One of the more basic terms that you should understand when it comes to your money and banking is APY, as it is a significant term in understanding how your money grows. In this blog, you’ll find a quick overview of this term. Read on!
In a nutshell:
APY= Annual Percentage Yield.
Annual percentage yield is the number that tells you how much you’ll earn with compound interest over the course of one year.
A higher APY is generally better when you’re looking at accounts for your savings. When you’re the one paying interest, a lower APY is usually best.
You will notice that interest is always paid out as a percentage.
Why is this you ask? It’s because it’s a percentage of your account balance.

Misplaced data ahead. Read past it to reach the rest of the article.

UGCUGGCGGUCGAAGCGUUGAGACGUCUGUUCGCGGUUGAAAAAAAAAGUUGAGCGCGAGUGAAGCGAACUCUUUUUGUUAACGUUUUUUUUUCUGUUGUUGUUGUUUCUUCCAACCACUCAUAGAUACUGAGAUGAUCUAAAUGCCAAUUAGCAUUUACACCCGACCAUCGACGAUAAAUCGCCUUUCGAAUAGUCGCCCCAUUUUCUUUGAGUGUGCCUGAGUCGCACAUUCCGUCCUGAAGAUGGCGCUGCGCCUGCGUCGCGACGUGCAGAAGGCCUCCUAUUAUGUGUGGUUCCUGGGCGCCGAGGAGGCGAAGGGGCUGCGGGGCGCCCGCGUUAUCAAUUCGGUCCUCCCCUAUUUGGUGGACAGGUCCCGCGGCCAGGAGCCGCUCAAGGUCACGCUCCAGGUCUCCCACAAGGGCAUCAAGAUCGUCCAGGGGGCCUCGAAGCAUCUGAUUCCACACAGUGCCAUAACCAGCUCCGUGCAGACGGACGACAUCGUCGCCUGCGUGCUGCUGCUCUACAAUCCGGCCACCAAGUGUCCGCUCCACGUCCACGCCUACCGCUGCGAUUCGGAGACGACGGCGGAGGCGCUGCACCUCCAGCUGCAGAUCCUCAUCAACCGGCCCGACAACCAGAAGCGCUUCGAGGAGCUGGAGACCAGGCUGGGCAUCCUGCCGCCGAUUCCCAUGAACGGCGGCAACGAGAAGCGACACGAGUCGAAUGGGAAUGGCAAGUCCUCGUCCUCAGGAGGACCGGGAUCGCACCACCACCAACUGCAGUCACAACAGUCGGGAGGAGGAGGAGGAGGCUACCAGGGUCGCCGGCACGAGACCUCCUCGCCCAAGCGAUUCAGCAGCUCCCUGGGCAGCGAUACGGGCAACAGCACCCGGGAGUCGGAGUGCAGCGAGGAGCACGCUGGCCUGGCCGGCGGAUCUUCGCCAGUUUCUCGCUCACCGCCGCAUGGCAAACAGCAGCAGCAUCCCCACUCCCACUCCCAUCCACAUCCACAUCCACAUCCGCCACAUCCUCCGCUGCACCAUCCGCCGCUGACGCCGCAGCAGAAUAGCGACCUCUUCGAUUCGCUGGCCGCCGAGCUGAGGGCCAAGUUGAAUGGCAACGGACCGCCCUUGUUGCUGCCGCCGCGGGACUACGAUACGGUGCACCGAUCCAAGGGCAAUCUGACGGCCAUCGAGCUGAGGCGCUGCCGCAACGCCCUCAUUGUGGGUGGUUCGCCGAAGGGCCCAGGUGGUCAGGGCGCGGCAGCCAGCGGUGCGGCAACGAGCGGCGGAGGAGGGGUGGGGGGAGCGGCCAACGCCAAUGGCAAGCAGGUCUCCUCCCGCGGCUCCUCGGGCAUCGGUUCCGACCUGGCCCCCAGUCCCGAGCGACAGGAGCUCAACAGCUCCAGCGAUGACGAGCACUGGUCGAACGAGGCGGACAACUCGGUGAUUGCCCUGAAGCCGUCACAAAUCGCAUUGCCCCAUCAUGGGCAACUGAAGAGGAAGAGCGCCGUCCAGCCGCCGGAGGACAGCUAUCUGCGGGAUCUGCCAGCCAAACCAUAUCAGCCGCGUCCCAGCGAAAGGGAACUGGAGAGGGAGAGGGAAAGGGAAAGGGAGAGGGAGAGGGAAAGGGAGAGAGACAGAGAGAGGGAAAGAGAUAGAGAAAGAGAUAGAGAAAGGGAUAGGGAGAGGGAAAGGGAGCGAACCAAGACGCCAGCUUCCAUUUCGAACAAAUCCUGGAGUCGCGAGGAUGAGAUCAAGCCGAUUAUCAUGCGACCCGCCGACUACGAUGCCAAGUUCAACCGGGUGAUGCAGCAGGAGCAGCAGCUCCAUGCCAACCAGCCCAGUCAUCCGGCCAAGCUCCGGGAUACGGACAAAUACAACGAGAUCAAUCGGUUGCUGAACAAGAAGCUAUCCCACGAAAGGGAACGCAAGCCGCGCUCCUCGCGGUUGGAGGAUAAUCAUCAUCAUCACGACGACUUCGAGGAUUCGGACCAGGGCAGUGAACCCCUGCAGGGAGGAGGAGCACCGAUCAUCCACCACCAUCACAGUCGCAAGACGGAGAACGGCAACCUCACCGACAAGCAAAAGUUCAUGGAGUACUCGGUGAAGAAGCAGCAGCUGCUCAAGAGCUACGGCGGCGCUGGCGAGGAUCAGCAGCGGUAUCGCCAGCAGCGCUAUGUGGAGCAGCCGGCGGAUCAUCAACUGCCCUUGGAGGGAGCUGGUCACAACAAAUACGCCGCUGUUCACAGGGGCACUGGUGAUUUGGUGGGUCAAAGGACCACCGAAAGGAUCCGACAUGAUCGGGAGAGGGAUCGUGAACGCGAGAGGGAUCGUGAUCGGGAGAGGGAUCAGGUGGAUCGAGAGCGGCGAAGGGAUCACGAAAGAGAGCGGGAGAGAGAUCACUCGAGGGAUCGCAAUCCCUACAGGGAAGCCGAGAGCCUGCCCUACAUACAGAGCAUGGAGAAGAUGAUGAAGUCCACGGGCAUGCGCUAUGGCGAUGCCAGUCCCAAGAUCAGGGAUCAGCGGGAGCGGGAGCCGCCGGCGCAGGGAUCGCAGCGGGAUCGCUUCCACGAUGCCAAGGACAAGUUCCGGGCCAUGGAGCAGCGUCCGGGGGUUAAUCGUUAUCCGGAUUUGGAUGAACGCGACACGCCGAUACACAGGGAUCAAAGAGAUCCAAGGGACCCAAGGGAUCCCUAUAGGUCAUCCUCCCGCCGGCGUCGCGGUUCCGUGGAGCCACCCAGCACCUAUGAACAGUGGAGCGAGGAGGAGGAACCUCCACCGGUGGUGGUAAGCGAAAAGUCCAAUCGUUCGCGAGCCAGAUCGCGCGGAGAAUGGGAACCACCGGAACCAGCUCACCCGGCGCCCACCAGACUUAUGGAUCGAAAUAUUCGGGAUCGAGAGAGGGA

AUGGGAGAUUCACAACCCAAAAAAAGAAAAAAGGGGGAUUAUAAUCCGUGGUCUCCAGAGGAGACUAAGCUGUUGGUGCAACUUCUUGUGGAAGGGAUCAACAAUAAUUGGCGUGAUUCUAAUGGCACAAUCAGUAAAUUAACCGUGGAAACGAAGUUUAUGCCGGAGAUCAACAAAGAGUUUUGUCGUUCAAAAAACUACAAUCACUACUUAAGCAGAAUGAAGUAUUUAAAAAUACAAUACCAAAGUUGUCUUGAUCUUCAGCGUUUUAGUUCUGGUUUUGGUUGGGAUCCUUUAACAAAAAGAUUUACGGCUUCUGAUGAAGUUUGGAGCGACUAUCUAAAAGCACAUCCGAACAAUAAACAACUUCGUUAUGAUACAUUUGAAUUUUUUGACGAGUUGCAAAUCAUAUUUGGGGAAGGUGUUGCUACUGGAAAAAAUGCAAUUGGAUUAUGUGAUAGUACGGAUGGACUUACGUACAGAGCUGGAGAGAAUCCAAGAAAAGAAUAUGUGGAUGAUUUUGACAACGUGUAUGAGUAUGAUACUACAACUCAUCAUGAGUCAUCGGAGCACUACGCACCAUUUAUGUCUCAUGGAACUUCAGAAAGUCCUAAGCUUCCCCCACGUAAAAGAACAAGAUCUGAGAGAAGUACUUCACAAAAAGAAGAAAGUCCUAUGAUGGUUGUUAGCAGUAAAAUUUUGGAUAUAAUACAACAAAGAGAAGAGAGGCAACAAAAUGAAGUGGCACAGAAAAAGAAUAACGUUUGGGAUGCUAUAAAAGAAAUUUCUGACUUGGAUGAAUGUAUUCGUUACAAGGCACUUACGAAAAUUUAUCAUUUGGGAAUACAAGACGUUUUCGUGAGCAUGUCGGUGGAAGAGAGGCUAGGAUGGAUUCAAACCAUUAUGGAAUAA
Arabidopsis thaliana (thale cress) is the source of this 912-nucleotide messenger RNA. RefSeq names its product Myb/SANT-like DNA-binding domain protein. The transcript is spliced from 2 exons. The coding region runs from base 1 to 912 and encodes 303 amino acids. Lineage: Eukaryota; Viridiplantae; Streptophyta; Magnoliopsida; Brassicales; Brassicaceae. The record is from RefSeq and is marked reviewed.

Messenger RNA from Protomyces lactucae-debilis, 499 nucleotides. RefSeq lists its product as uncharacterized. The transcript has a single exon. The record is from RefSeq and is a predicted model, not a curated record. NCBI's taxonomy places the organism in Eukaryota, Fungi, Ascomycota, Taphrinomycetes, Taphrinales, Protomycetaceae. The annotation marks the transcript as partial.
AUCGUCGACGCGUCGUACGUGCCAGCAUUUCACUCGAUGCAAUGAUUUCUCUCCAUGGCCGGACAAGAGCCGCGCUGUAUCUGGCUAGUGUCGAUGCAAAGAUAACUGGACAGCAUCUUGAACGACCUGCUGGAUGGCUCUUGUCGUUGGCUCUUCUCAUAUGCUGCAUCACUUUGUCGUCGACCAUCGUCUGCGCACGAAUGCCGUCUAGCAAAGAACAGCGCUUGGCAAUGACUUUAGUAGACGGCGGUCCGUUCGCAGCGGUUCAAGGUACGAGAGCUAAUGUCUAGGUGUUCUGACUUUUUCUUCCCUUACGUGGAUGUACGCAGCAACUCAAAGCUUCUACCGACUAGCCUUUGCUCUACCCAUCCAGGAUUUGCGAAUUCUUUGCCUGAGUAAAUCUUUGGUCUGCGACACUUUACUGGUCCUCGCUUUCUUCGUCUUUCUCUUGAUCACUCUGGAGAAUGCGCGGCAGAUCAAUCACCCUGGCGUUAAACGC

Let’s do a quick and easy example:
Let’s pretend Susan has a savings account that offers 3% interest. She keeps $100 in this saving account. 3% of $100 is $3, which is the amount added to her balance in the form of interest. At the end of the year, Susan would have $103 in her account. (Yes, this is pretty much free money for Susan and can add up over time.)
However, interest doesn’t usually get paid out just once a year (usually the compounding frequency is monthly), which means Susan is earning interest on her collected interest. Unfortunately, Susan won’t receive 3% each month, so there is a calculation that goes along with this (sigh…math). In order to figure out how much interest she would earn each month, she would use the below calculation.
APY = (1 + r/n) n – 1
r= the stated annual interest rate
n= the number of compounding periods each year (generally if it’s monthly, this will be 12)
If compounded monthly, Susan would have earned $3.04 at the end of the year on her original $100.00 making a total of $103.04. Seems small, but that number can add up over time.